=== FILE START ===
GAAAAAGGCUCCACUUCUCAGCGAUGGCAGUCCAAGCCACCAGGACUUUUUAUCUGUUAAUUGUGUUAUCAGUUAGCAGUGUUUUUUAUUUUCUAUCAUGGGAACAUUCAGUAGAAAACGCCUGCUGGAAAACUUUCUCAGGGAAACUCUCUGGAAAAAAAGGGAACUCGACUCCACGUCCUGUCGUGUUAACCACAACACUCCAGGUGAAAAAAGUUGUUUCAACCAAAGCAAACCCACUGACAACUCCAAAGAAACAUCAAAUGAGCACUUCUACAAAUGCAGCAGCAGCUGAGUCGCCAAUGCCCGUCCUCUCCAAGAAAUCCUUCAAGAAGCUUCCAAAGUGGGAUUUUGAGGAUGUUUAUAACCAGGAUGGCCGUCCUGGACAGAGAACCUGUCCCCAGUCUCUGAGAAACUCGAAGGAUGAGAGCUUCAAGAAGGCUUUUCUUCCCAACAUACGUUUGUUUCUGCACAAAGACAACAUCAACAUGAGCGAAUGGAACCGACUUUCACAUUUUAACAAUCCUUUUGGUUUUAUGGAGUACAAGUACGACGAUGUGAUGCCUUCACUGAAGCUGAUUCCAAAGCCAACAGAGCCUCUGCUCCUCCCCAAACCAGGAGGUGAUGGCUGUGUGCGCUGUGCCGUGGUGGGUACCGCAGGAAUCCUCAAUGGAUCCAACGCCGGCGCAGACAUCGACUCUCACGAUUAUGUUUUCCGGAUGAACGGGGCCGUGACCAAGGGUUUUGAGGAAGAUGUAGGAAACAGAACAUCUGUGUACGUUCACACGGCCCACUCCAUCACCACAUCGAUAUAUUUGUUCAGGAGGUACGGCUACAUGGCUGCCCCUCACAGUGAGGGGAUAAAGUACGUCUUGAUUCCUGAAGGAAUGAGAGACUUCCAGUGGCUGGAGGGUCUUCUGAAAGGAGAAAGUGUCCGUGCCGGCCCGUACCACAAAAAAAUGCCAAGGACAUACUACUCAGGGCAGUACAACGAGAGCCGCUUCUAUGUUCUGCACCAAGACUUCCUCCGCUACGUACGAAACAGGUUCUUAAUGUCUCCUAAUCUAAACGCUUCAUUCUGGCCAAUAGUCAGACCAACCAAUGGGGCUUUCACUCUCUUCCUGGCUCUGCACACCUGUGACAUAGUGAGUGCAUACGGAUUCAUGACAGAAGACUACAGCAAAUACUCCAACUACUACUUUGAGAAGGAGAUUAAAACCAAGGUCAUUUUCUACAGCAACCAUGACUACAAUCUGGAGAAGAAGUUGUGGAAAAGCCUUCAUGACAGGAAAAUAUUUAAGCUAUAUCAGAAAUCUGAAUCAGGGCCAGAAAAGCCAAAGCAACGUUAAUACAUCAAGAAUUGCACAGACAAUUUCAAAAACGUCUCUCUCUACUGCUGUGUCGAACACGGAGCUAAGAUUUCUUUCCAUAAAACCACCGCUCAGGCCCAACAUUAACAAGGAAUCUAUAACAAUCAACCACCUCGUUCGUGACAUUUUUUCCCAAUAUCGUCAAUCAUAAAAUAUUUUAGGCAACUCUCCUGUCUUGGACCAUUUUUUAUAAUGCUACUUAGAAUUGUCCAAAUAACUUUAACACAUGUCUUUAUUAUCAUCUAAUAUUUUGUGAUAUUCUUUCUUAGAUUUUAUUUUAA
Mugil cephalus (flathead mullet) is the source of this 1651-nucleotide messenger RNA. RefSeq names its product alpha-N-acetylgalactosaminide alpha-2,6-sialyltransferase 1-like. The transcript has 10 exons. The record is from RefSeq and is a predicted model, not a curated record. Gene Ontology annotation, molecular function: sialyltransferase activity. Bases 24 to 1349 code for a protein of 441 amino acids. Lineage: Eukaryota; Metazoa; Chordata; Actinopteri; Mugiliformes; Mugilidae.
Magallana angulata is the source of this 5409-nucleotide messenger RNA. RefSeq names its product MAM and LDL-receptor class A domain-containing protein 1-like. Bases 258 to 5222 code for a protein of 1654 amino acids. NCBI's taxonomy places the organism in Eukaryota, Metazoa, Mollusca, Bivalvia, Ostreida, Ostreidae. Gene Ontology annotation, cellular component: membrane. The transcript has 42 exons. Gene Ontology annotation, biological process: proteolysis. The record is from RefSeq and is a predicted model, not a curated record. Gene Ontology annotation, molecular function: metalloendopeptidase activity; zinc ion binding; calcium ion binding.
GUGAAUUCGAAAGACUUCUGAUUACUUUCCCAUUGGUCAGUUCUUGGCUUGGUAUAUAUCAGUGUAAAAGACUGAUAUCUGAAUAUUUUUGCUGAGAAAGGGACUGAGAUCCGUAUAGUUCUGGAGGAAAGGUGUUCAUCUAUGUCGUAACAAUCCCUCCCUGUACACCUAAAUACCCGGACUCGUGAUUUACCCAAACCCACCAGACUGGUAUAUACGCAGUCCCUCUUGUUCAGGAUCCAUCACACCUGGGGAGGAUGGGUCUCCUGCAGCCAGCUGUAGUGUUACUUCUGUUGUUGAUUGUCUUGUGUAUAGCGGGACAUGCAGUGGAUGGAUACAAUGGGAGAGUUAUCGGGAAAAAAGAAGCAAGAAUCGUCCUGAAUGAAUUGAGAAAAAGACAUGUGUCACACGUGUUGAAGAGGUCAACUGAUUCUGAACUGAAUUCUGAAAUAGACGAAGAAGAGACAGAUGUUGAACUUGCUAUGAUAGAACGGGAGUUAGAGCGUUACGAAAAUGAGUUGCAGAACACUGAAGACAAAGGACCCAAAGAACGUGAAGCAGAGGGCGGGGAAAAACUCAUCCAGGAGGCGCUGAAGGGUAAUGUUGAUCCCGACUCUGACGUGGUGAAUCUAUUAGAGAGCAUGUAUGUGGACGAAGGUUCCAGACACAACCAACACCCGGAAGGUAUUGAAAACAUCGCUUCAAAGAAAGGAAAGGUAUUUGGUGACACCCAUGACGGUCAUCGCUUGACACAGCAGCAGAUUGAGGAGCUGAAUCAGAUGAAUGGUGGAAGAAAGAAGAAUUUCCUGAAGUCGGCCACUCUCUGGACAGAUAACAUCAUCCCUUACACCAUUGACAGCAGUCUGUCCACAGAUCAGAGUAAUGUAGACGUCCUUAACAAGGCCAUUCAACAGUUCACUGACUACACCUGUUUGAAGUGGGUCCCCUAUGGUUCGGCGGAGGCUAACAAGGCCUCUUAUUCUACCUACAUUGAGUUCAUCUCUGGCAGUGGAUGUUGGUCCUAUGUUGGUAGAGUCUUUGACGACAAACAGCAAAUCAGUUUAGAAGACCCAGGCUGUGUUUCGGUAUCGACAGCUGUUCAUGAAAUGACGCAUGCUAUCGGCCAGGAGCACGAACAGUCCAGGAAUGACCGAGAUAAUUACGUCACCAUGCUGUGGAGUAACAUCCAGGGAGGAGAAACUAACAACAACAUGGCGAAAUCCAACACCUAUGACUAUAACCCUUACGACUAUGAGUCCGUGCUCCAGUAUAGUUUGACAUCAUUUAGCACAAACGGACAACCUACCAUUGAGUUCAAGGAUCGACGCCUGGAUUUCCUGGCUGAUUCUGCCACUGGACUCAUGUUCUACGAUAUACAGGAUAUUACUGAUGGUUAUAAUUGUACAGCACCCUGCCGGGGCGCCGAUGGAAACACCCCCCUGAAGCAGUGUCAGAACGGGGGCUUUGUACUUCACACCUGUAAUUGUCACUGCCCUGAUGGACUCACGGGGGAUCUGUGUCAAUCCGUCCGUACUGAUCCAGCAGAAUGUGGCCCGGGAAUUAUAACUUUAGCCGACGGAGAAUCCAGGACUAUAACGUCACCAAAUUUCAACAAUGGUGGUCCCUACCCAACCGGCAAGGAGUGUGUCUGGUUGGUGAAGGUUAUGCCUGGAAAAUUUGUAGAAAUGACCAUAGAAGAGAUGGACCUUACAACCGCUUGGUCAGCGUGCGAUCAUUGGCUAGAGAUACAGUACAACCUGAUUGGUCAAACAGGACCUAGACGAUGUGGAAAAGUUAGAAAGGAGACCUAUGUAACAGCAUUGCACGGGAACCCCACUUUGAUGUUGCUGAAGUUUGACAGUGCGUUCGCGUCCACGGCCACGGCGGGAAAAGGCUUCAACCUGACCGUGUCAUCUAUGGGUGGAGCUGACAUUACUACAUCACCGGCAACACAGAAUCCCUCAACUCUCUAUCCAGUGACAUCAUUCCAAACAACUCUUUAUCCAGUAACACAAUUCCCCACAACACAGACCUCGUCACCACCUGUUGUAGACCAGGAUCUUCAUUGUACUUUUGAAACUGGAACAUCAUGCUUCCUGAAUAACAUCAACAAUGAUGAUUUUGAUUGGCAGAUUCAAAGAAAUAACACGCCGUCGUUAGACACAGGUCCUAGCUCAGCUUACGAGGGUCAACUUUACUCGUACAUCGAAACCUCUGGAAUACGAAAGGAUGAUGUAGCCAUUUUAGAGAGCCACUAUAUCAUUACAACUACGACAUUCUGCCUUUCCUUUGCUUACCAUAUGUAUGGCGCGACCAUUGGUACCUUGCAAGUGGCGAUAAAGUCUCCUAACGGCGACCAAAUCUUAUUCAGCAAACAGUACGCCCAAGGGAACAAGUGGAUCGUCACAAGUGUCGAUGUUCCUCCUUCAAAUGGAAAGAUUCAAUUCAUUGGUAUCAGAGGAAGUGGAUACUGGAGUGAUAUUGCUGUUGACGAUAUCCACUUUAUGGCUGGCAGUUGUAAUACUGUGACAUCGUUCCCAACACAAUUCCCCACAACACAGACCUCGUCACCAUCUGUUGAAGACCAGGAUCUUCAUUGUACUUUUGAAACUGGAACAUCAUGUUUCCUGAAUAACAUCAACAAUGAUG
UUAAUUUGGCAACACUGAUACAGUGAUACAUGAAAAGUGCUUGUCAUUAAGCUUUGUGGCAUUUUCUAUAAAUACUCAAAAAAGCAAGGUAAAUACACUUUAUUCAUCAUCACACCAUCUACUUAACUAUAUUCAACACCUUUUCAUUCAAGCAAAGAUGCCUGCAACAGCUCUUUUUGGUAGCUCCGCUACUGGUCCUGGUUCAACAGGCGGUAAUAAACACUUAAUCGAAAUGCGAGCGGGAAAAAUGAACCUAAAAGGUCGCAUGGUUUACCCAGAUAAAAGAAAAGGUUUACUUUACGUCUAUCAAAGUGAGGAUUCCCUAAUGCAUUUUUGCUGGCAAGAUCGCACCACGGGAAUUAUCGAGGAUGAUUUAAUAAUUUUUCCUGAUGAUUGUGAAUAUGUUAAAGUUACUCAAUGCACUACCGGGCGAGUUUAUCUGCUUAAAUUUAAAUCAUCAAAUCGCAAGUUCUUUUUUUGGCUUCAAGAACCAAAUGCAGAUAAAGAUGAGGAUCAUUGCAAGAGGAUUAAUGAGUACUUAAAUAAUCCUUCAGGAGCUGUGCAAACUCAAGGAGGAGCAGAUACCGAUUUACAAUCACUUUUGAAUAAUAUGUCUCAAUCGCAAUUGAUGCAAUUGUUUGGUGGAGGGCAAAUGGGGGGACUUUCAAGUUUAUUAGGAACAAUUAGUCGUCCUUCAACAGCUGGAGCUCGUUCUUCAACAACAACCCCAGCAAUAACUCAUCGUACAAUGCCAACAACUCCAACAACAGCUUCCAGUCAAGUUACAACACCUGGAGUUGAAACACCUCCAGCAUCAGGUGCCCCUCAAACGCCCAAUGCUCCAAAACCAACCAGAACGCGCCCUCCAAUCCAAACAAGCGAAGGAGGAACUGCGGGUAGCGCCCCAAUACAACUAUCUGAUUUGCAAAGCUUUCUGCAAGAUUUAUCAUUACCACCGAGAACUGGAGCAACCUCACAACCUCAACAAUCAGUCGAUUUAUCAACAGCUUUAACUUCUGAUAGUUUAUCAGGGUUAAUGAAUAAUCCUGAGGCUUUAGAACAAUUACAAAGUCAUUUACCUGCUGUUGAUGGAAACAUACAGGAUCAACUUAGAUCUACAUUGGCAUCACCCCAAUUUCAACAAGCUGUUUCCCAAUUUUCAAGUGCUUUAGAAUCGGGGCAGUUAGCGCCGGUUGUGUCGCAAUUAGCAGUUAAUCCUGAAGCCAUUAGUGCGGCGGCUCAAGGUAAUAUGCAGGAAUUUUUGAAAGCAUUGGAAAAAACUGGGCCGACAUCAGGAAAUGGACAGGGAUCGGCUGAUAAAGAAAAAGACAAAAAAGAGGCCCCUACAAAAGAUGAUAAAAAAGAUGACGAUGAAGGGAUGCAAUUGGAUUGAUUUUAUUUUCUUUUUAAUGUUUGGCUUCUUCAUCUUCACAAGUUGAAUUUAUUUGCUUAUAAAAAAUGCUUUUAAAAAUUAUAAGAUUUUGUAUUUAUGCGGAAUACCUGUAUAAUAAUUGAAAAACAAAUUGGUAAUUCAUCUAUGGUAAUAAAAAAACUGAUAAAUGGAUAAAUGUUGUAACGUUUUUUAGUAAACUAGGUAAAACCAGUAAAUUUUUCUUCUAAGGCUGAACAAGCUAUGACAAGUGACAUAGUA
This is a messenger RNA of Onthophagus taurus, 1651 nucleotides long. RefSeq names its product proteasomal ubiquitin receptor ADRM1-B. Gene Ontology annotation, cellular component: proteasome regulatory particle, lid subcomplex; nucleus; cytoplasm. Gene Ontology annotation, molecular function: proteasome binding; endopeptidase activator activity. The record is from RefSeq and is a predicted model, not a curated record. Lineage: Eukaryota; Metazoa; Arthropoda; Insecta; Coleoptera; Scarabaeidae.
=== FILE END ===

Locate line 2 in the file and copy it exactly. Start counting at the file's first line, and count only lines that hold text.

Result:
Mugil cephalus (flathead mullet) is the source of this 1651-nucleotide messenger RNA. RefSeq names its product alpha-N-acetylgalactosaminide alpha-2,6-sialyltransferase 1-like. The transcript has 10 exons. The record is from RefSeq and is a predicted model, not a curated record. Gene Ontology annotation, molecular function: sialyltransferase activity. Bases 24 to 1349 code for a protein of 441 amino acids. Lineage: Eukaryota; Metazoa; Chordata; Actinopteri; Mugiliformes; Mugilidae.